Rather, with respect to mode of cooking the English sentence is not ambiguous but just vague. In Riau Indonesian, Gil argues, ayam makan is vague (not ambiguous) between the various interpretations given in (14–15) above (and others). In a European language, one cannot be vague about most of those distinctions, because our grammars require us to express them, but in Riau Indonesian one can be and often is vague about them.
Standard Malay/Indonesian, which is one of the many modern non-European languages that has been heavily influenced by European models, is significantly less vague and more “normal” (to Western eyes), having adopted grammatical apparatus allowing it to express various logical distinctions that speakers of European languages take for granted. But Riau Indonesian is indisputably a natural human language; it is less clear that Standard Malay can count as more than an artificial construct. According to McKinnon et al. (2011: 716), it has “almost no native speakers”.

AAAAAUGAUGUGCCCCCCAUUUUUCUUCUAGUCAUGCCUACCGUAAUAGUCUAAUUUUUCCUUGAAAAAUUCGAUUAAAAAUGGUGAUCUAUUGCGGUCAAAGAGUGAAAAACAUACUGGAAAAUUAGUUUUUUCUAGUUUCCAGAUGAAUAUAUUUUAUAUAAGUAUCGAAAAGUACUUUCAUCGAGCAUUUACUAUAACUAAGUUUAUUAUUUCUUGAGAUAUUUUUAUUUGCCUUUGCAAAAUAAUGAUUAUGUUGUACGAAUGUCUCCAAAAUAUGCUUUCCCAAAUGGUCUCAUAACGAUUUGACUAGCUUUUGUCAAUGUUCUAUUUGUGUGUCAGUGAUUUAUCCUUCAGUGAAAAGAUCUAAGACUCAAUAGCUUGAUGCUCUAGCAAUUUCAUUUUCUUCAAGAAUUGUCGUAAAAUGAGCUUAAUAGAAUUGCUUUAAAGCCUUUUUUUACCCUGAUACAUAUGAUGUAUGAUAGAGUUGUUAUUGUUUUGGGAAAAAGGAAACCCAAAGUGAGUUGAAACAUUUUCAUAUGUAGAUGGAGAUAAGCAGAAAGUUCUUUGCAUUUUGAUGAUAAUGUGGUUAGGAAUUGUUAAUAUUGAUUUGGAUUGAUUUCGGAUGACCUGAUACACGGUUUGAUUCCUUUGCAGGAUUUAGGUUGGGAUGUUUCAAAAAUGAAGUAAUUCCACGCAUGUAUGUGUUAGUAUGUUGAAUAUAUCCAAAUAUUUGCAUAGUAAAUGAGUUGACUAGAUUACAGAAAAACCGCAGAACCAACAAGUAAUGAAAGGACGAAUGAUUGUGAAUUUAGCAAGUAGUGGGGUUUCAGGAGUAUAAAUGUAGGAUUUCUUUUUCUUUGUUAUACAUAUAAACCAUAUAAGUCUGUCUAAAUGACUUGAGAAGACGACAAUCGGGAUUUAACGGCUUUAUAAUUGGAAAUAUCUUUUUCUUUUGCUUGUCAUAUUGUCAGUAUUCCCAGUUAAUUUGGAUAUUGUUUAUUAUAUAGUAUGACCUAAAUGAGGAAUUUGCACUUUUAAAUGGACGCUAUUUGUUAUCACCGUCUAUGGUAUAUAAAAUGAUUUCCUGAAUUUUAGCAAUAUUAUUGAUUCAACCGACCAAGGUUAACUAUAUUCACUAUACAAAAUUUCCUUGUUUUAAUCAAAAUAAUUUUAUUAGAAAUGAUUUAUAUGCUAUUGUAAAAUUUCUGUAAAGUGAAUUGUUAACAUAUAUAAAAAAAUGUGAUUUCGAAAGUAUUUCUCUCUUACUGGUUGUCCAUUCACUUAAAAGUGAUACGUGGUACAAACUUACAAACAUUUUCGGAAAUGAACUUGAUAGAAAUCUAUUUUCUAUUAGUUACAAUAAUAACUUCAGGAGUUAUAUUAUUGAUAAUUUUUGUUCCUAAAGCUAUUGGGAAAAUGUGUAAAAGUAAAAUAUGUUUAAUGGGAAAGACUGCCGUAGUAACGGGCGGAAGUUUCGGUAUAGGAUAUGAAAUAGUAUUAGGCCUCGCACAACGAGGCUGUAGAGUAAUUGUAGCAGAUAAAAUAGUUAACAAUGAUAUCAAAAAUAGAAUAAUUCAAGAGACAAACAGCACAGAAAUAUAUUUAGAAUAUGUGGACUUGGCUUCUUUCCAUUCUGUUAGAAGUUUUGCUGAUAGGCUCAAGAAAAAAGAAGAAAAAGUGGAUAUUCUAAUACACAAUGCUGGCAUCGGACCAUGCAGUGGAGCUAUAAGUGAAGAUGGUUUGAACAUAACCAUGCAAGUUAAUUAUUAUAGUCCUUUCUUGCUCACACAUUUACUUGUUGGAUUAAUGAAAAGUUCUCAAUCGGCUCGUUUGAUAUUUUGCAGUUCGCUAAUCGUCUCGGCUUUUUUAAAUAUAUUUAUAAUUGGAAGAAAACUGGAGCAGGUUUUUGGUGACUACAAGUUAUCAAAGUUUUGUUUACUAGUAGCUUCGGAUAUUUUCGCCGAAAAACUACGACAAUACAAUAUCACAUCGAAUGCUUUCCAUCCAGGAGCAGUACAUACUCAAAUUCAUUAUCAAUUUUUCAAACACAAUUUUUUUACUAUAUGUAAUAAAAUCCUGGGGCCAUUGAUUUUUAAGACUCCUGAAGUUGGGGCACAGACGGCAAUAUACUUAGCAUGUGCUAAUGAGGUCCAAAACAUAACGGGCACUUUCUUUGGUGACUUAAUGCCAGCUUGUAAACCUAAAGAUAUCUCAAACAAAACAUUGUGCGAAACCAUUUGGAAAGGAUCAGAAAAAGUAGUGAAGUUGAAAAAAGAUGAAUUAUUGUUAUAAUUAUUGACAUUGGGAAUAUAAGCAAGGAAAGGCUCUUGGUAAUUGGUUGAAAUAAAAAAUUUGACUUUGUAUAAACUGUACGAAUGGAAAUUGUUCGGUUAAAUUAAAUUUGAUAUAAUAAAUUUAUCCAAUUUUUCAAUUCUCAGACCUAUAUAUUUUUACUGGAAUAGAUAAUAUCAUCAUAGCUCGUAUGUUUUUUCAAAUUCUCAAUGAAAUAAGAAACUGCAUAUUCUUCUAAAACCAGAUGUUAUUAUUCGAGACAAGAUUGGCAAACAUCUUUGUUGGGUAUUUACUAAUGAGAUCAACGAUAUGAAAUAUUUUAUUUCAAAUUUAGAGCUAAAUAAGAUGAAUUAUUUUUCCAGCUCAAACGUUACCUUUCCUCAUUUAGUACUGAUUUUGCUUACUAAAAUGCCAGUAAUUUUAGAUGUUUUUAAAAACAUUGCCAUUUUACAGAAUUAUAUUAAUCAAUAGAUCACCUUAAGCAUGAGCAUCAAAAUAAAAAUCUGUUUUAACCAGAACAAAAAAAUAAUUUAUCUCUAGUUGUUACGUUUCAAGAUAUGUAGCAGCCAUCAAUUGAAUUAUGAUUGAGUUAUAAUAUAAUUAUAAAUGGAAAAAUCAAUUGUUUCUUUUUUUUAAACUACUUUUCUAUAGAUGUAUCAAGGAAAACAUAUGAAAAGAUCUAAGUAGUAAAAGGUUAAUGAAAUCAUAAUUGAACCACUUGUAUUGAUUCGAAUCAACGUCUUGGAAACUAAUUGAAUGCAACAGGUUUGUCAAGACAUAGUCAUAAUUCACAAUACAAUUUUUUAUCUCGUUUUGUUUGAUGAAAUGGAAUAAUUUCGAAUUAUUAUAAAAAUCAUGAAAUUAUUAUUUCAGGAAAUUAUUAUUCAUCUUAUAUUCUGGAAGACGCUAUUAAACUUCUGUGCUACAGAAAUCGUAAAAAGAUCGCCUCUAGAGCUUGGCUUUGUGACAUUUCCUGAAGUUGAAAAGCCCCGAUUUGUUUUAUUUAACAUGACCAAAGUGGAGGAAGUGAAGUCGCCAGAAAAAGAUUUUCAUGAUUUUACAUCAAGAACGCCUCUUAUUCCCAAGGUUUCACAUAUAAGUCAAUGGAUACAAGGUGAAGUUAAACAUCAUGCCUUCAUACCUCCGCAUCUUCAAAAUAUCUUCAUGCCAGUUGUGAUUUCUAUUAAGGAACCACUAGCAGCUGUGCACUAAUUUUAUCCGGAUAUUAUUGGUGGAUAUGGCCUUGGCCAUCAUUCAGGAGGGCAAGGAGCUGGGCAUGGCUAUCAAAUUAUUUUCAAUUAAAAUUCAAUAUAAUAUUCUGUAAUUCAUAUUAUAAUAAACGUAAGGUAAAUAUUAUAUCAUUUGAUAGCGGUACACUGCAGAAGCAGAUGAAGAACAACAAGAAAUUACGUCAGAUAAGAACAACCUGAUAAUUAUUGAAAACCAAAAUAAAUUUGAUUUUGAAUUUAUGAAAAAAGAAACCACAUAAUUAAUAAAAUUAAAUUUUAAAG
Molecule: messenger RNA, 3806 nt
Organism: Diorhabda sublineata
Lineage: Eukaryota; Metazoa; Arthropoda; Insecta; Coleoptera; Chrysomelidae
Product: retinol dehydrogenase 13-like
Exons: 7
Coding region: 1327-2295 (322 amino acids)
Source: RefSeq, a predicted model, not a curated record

We have quoted Gil at length because he expresses with unusual clarity the unfamiliar idea that the structures of thought expressed by the grammar of one language may be incommensurable with those expressed by another language’s grammar. (“Incommensurable” is perhaps not the ideal word here; we have not found a better one, and we hope that the example will show readers what we mean by it.) If that is so, then evidently different languages do not merely provide alternative methods of verbalizing a fixed range of thought-structures which are prior to any individual language. Languages define the structures of thought which they offer means of expressing, and different languages may define different thought-structures.